Every so often the problem with “sinners” comes up on my social media feeds. One group or another complains about still another group because those people are “sinners.” Those accusations bother me, so I check my feeds. Yep. Some of my friends are in that group of “sinners.” Based on the reactions of the accusers, I should probably purge my friends lists and make sure that I don’t have anyone from that group of sinners on it. I found an easier way to deal with the problem, though. I decided to go through those lists and remove anyone who wasn’t a sinner. Let’s face it – I find it far easier to deal with people like me – sinners – than I do dealing with perfect people. So, if you are reading this because you are on one of my friends lists, I can tell you that I believe that you are a sinner – just as I’m a sinner.
Now, I’m not glorifying sinning; I’m recognizing it. Some of you have really bad sins. (Bad sins, of course, being defined as something I wouldn’t do.) Some of your sins aren’t so bad. (That means you commit the same kinds of sins I do.) But, anyone who is on one of my friends lists and even anyone who sneaked in and was able to read this post, is definitely a sinner. Whether your sins are really bad or not so bad, we all have that one thing in common: we have sinned against God. Jesus hung out with sinners. Sometimes He got criticized for doing that by people who thought they were perfect. He spoke to the perfect people. “But go and learn what this means: ‘I desire mercy, not sacrifice.’ For I have not come to call the righteous, but sinners.” (Matthew 9:13)
The disciples of Jesus had many different sins. One of the disciples He called was Matthew. Matthew was one of the worst sinners Jesus called: he was a tax collector. You might be agreeing with that characterization of tax collectors if you’ve been working on your taxes recently, but in ancient Israel, tax collectors were particularly odious. The people who work for the IRS these days follow certain rules, supposedly, to ensure that they oppress us all equally. The tax collectors in the Roman times were more flexible in their enforcement. Their biggest problem to most people was that they collaborated with the Romans. Then, in collecting taxes, they often added arbitrary taxes that didn’t make sense. It seems that after paying the Romans the agreed upon amount for taxes for the year, the tax collector kept everything else. No one like tax collectors – except, perhaps, other tax collectors. So, after Jesus called Matthew, Matthew threw himself a retirement party that brought together a lot of other tax collectors and sinners who all ate with Jesus. The perfect people criticized Jesus for His choice of meal companions prompting the reminder from Jesus about His ministry.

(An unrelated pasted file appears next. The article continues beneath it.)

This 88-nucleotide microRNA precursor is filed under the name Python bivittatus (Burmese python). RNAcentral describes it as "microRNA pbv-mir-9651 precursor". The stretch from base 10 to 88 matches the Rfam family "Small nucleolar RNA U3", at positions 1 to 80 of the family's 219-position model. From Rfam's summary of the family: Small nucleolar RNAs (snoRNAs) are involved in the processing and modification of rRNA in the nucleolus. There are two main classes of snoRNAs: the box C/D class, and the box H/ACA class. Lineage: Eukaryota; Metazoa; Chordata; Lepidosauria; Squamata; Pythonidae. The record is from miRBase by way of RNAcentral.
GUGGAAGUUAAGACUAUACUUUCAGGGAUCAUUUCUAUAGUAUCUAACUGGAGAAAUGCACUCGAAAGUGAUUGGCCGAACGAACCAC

The hardest thing about this lesson from Jesus is that we really need to check our friends. If they’re perfect like us, we’re hanging with the wrong crowd. And, to be honest, we ain’t perfect. The question, though, is whether or not we are intentional about being with people who are different than us in their sins. Jesus was perfect, no doubt about that. He hung out with less than desirable people and enjoyed their company. At the same time, though, He drew then to the Kingdom of God. We need to be comfortable around all kinds of different people. We shouldn’t affirm their sin, but we should recognize their personhood. Our words and our actions should be drawing them towards faith in God. As a forgiven sinner, I should be reflecting the forgiveness of God that I received towards every person that I meet. I have no room to judge others when the only reason I can be with God is His mercy and grace.
Oh Lord, give me a heart for others like Jesus had. Let me love those whom others look down upon. Let me show them Your forgiveness and mercy in my words and deeds.